ALLELE CHARACTERIZATION OF FIFTEEN SHORT TANDEM REPEAT LOCI OF NORTH AMERICAN GOLDEN (AQUILA CHYSAETOS) AND BALD (HALIAEETUS LEUCOCEPHALUS) EAGLES USING NEXT-GENERATION SEQUENCING
Howard, Taylor E.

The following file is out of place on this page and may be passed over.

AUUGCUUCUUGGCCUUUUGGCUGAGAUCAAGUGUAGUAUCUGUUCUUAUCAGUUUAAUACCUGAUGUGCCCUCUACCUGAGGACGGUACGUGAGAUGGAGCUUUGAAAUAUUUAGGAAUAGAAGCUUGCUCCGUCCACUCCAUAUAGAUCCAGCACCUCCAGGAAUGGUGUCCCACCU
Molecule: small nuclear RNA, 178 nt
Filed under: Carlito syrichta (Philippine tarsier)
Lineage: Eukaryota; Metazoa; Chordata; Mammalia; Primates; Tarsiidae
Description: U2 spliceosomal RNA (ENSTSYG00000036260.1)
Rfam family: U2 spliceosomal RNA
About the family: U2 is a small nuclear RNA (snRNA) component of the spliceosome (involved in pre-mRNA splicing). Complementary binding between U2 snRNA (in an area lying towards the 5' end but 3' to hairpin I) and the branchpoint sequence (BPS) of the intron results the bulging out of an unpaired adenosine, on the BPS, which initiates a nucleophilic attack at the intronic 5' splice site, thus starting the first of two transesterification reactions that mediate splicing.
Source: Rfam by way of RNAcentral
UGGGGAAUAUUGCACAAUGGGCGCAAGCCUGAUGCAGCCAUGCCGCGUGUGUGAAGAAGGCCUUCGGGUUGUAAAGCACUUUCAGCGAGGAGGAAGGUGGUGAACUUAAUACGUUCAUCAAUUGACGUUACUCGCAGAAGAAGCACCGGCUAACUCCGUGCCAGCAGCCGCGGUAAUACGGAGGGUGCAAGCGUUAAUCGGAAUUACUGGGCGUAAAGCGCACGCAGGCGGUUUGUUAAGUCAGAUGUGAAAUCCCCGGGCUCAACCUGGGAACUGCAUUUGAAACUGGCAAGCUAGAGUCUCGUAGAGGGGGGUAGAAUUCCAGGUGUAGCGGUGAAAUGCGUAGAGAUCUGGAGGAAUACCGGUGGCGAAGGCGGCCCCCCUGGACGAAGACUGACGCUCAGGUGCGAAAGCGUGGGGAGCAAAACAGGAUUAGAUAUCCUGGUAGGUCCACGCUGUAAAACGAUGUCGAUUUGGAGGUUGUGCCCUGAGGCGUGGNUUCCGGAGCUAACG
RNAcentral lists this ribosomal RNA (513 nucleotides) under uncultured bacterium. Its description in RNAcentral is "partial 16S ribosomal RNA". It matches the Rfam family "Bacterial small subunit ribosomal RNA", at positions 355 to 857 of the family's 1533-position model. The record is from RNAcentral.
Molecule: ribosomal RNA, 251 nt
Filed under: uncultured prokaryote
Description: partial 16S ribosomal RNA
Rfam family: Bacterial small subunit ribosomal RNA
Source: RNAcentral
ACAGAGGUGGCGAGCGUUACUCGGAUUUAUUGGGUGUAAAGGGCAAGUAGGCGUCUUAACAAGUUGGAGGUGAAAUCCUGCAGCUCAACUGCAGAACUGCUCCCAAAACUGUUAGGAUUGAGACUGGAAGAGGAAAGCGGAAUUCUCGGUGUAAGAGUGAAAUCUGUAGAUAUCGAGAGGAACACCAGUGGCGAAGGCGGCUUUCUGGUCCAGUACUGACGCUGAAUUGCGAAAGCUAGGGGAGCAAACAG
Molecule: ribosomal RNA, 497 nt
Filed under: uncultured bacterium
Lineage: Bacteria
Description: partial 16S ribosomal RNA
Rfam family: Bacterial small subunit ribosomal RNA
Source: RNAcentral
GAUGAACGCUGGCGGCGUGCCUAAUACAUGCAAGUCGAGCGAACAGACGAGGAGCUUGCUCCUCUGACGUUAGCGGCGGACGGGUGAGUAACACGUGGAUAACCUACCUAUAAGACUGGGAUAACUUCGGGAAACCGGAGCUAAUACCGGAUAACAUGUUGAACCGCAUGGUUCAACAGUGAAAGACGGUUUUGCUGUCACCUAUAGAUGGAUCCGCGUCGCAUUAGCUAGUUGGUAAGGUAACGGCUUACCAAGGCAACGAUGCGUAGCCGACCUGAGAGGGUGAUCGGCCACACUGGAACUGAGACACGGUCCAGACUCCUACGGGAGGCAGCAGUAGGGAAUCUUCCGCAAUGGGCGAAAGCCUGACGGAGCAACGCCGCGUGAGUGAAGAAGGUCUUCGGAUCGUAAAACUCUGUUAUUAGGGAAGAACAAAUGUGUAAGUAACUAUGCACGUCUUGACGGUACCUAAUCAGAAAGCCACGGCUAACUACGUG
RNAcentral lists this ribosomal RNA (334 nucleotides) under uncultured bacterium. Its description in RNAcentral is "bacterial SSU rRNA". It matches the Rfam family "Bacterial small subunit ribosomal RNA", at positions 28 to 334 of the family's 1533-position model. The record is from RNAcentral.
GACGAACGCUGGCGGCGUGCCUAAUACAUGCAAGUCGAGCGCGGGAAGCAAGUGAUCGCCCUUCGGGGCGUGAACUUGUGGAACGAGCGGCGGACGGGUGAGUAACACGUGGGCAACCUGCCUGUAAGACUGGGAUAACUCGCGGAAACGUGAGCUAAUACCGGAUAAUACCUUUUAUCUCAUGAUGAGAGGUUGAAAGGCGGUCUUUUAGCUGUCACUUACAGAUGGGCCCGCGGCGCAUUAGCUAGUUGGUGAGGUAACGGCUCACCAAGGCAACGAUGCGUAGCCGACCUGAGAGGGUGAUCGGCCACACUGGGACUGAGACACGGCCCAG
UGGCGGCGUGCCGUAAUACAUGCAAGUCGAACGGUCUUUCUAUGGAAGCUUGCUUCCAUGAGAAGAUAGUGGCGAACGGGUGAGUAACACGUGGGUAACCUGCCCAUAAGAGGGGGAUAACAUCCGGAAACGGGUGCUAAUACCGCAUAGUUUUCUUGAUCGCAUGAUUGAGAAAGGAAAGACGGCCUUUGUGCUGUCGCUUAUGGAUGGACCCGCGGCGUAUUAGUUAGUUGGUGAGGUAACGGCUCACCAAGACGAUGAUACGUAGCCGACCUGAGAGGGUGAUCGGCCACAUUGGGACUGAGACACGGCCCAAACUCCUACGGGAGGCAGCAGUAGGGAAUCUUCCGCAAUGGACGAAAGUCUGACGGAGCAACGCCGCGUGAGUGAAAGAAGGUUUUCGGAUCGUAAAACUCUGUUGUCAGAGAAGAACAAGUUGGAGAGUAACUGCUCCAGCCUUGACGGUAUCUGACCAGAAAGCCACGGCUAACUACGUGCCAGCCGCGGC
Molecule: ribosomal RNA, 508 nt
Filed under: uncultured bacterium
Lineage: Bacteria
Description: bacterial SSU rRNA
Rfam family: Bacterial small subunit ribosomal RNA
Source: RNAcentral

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Purpose (a): The purpose of this study was to characterize by deep sequencing fifteen short tandem repeat (STR) loci in North American bald and golden eagles currently utilized by the US Fish and Wildlife Service. These STR loci are used for eagle identification in North America, however they were all developed from related species of European eagles. We hypothesized that using next-generation sequencing techniques we would be able to not only show concordance between allele calls using capillary electrophoresis (CE) methods and our new sequencing method, but also have an increased discrimination power of individuals by using this technique. Methods (b): Five samples of both bald and golden eagles were provided by the US Fish and Wildlife Service and deoxyribonucleic acid (DNA) was extracted from each using organic extraction. The current method of analysis through polymerase chain reaction (PCR) using fluorescent CE size based detection was adapted to create a protocol with increased specificity for the 15 sets of primers. Once the amplicon pool was developed, the amplicons were combined into a library using Library Prep Set for Ion Torrent™ kit for sequencing on the Ion Torrent™ Personal Genome Machine (PGM™) Sequencer® (Life Technologies™, Carlsbad, CA) with individual samples identified through barcodes embedded in the sequencing adaptors of the kit. After sequencing, the alleles were analyzed to identify the allele classification and determine the repeat structure of the STR motifs. The sequence data was used to determine if the sequences of North American population differed from existing reference sequences in GenBank®. Data was evaluated with the NextGENe® software using a virtual allelic ladder developed for each locus and contigs were assembled by anchoring the reads with the primer sequence. Results (c): Variants of alleles and allele distributions were recorded. The data revealed that the presence of sequence motif variation can increase the power of discrimination when using sequence analysis as compared to CE. Concordance was observed between the allele calls made using CE and with the sequence determined alleles. Conclusions (d): The method developed can be used to identify individual eagles with a higher discrimination power, which will be helpful in determining identity of individuals when needed for law enforcement investigations of harmed protected species such as bald and golden eagles.